Cellular patterning of Arabidopsis roots under low phosphate conditions

Janes, George, von Wangenheim, Daniel, Cowling, Sophie, Kerr, Ian D., Band, Leah R., French, Andrew P. and Bishopp, Anthony (2018) Cellular patterning of Arabidopsis roots under low phosphate conditions. Frontiers in Plant Science . ISSN 1664-462X (In Press)

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Phosphorus is a crucial macronutrient for plants playing a critical role in many cellular signaling and energy cycling processes. In light of this, phosphorus acquisition efficiency is an important target trait for crop improvement, but it also provides an ecological adaptation for growth of plants in low nutrient environments. Increased root hair density has been shown to improve phosphorus uptake and plant health in a number of species.

In several plant families, including Brassicaceae, root hair bearing cells are positioned on the epidermis according to their position in relation to cortex cells, with hair cells positioned in the cleft between two underlying cortex cells. Thus the number of cortex cells determines the number of epidermal cells in the root hair position. Previous research has associated phosphorus-limiting conditions with an increase in the number of cortex cell files in Arabidopsis thaliana roots, but they have not investigated the spatial or temporal domains in which these extra divisions occur or explored the consequences this has had on root hair formation.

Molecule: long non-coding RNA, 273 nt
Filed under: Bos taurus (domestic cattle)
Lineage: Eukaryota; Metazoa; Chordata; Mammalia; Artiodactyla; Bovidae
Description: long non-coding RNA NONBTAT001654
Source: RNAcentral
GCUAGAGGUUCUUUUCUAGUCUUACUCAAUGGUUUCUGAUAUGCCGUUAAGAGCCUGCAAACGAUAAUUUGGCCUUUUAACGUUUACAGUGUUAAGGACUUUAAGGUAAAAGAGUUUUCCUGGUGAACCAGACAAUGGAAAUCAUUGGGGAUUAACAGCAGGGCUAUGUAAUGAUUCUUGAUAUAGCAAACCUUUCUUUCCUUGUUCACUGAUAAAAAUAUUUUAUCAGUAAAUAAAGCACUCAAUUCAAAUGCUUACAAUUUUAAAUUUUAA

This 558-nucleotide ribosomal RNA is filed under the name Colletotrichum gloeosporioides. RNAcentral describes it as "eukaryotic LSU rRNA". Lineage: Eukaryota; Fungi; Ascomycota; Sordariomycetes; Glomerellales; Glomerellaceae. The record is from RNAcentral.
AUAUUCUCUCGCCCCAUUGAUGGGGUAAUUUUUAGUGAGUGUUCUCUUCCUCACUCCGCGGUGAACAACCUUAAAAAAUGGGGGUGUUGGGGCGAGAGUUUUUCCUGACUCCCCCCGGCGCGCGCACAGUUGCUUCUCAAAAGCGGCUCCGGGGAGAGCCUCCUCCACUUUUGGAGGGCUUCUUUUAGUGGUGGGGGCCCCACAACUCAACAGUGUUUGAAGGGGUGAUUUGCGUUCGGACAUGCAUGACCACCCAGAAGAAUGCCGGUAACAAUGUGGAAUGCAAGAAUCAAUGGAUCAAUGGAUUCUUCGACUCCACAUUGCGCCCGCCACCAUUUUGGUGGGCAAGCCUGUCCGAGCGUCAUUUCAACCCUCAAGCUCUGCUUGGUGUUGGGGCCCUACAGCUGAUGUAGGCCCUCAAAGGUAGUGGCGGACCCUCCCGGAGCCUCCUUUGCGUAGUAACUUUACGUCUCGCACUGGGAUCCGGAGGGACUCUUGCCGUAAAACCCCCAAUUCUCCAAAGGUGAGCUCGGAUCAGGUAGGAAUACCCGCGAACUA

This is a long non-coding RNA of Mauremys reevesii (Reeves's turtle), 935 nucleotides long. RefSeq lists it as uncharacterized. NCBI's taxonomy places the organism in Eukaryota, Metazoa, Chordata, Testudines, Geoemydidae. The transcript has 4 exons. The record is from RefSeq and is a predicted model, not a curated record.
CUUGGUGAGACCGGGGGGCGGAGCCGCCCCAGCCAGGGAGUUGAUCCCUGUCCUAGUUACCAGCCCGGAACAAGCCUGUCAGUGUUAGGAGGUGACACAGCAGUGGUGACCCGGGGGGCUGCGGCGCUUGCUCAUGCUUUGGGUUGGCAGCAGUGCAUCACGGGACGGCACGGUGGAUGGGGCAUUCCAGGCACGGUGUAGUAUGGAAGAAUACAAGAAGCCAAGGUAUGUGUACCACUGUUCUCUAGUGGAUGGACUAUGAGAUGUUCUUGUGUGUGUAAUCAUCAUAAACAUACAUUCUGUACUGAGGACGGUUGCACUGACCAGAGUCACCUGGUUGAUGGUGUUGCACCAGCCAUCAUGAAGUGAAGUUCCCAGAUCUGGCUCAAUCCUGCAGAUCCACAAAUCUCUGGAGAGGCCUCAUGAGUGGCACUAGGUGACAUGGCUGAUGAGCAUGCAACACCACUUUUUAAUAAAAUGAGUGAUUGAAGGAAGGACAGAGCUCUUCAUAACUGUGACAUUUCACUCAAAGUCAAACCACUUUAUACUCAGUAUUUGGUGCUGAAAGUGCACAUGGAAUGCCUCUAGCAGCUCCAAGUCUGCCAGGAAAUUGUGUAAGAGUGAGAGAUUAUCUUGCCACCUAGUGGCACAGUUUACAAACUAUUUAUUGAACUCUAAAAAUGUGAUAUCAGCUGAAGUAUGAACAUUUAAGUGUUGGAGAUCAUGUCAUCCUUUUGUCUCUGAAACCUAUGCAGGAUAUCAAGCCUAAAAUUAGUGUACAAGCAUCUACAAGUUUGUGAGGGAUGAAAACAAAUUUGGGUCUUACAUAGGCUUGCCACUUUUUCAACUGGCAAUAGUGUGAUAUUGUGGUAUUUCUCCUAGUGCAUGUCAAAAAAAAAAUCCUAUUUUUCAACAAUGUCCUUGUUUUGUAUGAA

In this study, we use 3D reconstructions of root meristems to demonstrate that the anticlinal cell divisions seen under low phosphate are exclusive to the cortex. When grown on media containing replete levels of phosphorous, Arabidopsis thaliana plants almost invariably show 8 cortex cells; however when grown in phosphate limited conditions, seedlings typically develop 12-16 cortex cells, resulting in a significant increase in the number of epidermal cells at hair forming positions. These anticlinal divisions occur within the initial cells and can be seen within 24 hours of transfer of plants to low phosphorous conditions. We show that these changes in the underlying cortical cells feed into epidermal patterning by altering the regular spacing of root hairs.

Item Type: Article
RIS ID: https://nottingham-repository.worktribe.com/output/936157
Keywords: Developmental Biology, radial patterning, phosphate deficiency, root anatomy, Arabidopsis, root hair, Cortex, light sheet microscopy
Schools/Departments: University of Nottingham, UK > Faculty of Medicine and Health Sciences > School of Medicine
University of Nottingham, UK > Faculty of Science > School of Biosciences
Identification Number: https://doi.org/10.3389/fpls.2018.00735
Depositing User: Eprints, Support
Date Deposited: 25 May 2018 09:39
Last Modified: 04 May 2020 19:39
URI: https://eprints.nottingham.ac.uk/id/eprint/52030

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